Ok, so the theme was "bubbles". The first thing I did was to buy a soap bubble dispenser at the local toy store. I ended up with a Hello Kitty model:
The store clerk asked if he should wrap it in gift paper, but I said: "No, it's for me". First time he's seen a 30 year old man buying soap bubbles for himself?:)
I wanted a fresh background for the bubbles, so I hung a blue fabric bought from Ikea over my microphone stand. (This mic stand is probably one of my most helpful props during these strope shots. I've used it almost everytime, holding umbrellas, flashes, fabric and of course a microphone...)
I wanted a strobe to light up the backround so I set up a bare flash pointing at the fabric from a about 45 degrees from the right side (camera right). And while I did that, I discovered something that I've never thought about before:
I use CLS for triggering the external flashes. That means that the flashes are controlled with optical signals from the commanded flash on the camera. About a millisecond before the shutter is opening, the commander flash sends out a trigger signal that is received by every flash in the setup. They have a little "window" on one side where the signal is recieved. In this picture it's located on the lower left side of the flash:
One problem I have come over during previous photo shoots is that the flash's window is pointing away from the camera, so that it does not detect the commander's signal, causing it to not fire at all. In situations like this I've instead used the radio controlled Cactus triggers, loosing the ability to control each flash's output from the camera.
I have also known that the flash head can be rotated 180 degrees in the horizonal plane. I feel so stupid... I have NEVER realized that this could be used to make the little "window" turn against the camera! In the photo above, the flash is rotated. I think it will be much easier to set up the strobes just the way I want from now on:)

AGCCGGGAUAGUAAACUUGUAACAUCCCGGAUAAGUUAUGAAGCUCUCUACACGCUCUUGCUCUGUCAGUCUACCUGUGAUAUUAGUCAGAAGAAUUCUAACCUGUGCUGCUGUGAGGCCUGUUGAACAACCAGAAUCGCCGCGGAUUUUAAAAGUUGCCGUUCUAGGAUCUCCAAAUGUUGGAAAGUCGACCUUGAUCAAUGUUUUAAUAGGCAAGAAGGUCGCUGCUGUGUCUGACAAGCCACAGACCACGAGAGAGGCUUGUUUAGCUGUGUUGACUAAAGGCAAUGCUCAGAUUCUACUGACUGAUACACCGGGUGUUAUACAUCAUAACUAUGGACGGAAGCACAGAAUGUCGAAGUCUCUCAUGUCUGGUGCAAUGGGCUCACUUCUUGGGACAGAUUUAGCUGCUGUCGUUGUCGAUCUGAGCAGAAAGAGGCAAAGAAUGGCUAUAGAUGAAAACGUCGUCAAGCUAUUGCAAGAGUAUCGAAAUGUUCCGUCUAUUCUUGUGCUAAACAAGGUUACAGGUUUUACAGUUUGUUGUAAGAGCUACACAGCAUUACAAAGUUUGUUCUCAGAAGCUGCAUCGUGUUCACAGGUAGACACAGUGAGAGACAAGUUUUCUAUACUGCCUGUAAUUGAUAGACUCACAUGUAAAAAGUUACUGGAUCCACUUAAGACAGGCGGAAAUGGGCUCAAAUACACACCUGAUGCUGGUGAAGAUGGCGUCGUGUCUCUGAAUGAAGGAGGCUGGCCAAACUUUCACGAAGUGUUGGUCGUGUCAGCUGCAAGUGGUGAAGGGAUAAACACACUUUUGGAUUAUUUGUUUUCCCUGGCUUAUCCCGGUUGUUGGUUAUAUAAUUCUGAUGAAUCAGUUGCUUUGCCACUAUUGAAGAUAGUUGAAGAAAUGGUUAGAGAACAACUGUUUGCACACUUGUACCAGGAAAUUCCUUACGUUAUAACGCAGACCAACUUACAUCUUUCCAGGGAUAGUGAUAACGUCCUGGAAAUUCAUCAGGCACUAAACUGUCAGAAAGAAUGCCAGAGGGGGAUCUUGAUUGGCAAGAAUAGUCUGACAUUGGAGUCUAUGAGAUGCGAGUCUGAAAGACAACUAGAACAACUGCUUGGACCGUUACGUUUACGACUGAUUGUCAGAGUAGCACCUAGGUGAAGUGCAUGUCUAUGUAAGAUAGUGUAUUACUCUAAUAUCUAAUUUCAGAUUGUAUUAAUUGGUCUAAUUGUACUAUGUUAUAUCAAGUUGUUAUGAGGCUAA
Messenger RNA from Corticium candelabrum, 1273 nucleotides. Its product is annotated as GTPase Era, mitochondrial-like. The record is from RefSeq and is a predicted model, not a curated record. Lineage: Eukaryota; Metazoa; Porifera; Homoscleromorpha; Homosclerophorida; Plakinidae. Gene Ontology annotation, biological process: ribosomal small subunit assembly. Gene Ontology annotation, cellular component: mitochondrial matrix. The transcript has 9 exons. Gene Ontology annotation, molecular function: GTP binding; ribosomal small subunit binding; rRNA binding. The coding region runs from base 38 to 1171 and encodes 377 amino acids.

Moving on... With the flash pointing on the background a put up a reflective umbrella on camera left, pointing parallel with the focal plane.
I originally planned to use my wife as model on this photo shoot, but she didn't feel too well, so I had to use myself insted. This made the shot very tricky. I don't have remote control and using a self-timer would be hopeless. Trying to catch the perfect bubble shot with a self-timer in a self-portrait would take ages! So I had to figure out another way of doing it.
I must admit that the Nikon D300 has a lot of functions that I haven't studied yet, but while searching trough the menus I found a function called "Interval timer shooting". That sounded too good to be true! At first it looked a little complicated, but it's pretty logical. I wanted to shoot several shots with a 3 second interval (to avoid flash misfire). Here's how that's done on the D300:
From the Shooting Menu (the camera symbol), choose INTERVAL TIMER SHOOTING:
To start shooting right away, choose NOW and press the the RIGHT arrow:
Enter the time between each shot, in this case 3 seconds and press the arrow:
This screen made me a little confused, but here you enter how many intervals the camera should run AND how many shots to be taken for each interval. I wanted a total of 9 intervals (and only one shot for each interval. Then press the arrow: